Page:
by Jay Johansen | Apr 4, 2002
I was born in 1958. It was the tail end of an age of courage.
From the beginning of the 20th century through the 1960's was an amazing era in the history of the world. Men dared to do great things. There were inventors: Two brothers named Wright built a rickety contraption of wood and cloth and flew through the air. There were engineers: Roosevelt and Goethals cut a canal through a continent at Panama, perhaps the largest building project in history. There were explorers: Scott and Amundsen braved the polar regions to fill in the last blank spaces on the map. Armstrong and Aldrin and others actually walked on the moon.
Sometimes they failed, of course. Many gave their lives. Sometimes the failures were spectacular and disastrous. The Titanic and the Hindenberg come to mind. But when they failed, they failed while daring greatly.
Then the 60's rolled into the 70's, and the world changed. Men no longer fought for the freedom to achieve their dreams. Instead they begged to give up their freedom to anyone who would comfort them in their nightmares. Safety and security became the overriding goals. People spent their time searching out the minutest sources of possible danger. Politicians competed to see who could promise voters the most for nothing. They were proud of the fact that they had finally achieved a society where you could sue someone for making your coffee too hot.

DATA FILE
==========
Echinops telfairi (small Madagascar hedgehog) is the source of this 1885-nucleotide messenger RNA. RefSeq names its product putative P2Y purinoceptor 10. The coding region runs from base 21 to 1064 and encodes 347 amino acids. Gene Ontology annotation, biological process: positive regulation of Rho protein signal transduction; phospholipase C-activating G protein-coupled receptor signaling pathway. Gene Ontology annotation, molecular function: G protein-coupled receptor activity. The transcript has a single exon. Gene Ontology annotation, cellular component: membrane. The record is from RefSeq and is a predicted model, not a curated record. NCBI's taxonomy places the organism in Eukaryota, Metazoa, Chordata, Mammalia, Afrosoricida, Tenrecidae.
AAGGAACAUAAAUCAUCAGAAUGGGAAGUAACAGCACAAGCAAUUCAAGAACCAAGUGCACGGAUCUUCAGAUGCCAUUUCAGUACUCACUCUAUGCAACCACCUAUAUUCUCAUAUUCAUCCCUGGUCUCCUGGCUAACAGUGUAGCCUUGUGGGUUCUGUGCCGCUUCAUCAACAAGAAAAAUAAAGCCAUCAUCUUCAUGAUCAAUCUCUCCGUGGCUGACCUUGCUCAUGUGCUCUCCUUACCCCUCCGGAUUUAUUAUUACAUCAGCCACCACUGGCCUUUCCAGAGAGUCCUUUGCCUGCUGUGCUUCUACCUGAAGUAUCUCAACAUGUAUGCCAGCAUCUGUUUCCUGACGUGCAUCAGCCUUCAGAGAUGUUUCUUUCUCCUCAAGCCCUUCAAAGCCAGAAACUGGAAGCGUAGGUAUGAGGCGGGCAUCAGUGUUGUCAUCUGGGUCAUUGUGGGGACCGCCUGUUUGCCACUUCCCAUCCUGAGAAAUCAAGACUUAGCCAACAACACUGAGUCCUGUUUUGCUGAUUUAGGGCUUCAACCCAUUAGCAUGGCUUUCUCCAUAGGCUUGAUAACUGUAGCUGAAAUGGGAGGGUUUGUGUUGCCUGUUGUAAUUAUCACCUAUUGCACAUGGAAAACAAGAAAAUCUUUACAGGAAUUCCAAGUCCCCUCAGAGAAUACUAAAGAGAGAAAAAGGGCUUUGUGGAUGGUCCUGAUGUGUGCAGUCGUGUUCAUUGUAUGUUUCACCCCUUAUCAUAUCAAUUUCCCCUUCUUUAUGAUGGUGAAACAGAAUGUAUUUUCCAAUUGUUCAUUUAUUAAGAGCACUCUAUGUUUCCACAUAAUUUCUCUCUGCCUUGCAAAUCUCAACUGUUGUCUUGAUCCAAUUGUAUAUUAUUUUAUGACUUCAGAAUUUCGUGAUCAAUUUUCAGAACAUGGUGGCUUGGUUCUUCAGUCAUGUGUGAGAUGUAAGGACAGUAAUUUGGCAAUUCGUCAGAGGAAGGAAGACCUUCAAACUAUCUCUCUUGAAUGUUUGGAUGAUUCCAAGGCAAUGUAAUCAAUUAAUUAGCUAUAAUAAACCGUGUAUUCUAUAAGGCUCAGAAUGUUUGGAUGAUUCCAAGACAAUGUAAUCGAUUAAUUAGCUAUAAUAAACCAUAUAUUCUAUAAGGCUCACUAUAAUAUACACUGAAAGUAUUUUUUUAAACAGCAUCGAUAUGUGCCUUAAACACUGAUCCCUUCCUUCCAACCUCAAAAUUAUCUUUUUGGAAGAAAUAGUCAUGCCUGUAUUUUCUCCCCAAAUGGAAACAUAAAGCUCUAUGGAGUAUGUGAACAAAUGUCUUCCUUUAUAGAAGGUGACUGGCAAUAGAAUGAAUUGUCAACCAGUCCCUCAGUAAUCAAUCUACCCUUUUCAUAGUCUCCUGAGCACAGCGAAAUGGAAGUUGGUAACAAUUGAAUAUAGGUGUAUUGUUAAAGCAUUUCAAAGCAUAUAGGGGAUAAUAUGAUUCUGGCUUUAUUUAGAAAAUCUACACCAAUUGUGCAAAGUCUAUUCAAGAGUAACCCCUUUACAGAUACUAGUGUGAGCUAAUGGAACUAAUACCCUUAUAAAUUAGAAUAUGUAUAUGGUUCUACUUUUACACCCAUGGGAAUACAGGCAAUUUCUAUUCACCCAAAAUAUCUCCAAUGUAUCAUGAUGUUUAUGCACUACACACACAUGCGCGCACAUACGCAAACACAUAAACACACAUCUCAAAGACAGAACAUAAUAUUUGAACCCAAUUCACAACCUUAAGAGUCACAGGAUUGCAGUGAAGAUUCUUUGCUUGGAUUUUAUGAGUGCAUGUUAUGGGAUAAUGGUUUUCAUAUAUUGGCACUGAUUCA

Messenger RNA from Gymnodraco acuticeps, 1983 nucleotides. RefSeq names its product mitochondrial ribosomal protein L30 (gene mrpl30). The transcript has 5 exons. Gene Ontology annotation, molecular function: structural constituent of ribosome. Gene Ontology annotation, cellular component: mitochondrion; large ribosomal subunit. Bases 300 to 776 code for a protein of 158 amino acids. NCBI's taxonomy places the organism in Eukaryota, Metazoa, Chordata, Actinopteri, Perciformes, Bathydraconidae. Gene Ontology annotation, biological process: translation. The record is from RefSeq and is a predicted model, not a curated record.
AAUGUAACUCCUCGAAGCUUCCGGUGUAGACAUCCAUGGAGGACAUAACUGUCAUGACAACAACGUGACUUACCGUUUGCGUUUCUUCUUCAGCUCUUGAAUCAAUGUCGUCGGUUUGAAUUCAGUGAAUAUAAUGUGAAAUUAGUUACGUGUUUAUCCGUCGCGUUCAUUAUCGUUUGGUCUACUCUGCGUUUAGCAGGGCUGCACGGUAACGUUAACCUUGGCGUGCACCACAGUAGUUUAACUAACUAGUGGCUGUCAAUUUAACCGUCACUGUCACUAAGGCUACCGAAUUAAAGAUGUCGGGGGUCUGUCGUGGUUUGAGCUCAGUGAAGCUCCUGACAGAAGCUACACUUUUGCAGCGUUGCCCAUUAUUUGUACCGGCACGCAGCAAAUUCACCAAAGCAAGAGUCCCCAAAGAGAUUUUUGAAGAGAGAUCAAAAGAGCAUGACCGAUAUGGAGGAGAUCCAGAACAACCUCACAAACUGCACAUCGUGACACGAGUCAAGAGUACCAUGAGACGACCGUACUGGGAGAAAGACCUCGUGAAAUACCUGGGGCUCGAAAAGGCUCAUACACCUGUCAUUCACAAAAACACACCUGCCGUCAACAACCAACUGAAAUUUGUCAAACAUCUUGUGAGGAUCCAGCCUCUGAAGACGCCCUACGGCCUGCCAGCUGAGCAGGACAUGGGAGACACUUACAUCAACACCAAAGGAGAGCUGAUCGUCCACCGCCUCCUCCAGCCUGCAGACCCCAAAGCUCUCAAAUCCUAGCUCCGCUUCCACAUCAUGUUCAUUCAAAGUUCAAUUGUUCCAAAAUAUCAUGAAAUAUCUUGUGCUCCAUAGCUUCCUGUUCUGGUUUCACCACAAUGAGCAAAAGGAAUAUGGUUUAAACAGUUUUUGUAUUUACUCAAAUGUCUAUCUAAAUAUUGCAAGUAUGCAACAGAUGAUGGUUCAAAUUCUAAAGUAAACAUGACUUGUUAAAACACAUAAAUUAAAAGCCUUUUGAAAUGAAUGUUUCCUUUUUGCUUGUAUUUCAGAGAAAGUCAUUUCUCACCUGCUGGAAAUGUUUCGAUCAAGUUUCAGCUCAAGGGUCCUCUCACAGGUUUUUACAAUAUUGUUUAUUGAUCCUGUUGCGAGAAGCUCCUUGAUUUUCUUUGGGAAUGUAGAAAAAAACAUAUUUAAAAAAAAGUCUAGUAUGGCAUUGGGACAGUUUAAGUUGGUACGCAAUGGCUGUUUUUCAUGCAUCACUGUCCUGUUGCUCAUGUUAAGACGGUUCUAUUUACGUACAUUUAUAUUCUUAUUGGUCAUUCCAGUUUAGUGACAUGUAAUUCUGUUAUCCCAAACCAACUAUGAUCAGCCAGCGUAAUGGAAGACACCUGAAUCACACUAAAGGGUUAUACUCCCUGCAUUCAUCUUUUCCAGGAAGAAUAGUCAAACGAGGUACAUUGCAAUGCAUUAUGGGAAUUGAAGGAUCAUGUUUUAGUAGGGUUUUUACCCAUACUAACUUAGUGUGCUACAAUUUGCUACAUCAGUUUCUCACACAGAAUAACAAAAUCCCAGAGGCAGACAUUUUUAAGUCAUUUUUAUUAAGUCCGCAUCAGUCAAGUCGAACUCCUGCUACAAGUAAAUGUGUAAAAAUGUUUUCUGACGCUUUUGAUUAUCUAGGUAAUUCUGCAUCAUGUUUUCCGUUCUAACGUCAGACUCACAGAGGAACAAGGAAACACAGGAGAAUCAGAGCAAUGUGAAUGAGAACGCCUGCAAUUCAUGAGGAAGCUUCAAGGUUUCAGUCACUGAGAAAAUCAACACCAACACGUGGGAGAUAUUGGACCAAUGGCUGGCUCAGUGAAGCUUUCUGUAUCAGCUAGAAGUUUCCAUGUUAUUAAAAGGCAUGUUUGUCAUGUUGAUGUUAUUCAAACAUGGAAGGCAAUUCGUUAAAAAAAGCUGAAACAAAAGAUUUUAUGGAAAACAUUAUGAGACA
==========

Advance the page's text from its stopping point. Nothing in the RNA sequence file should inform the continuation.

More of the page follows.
In the 1970s, men lost the courage to fight for freedom or to travel to other planets. By the 1990's, they had lost the courage to eat a meal without first carefully checking if it might not contain barely-measurable amounts of theoretically dangerous chemicals.
They still failed, of course. No one can achieve 100% safety. And when they failed, they failed while cowering in a corner whining about the unfairness of it all and begging for help.
© 2002 by Jay Johansen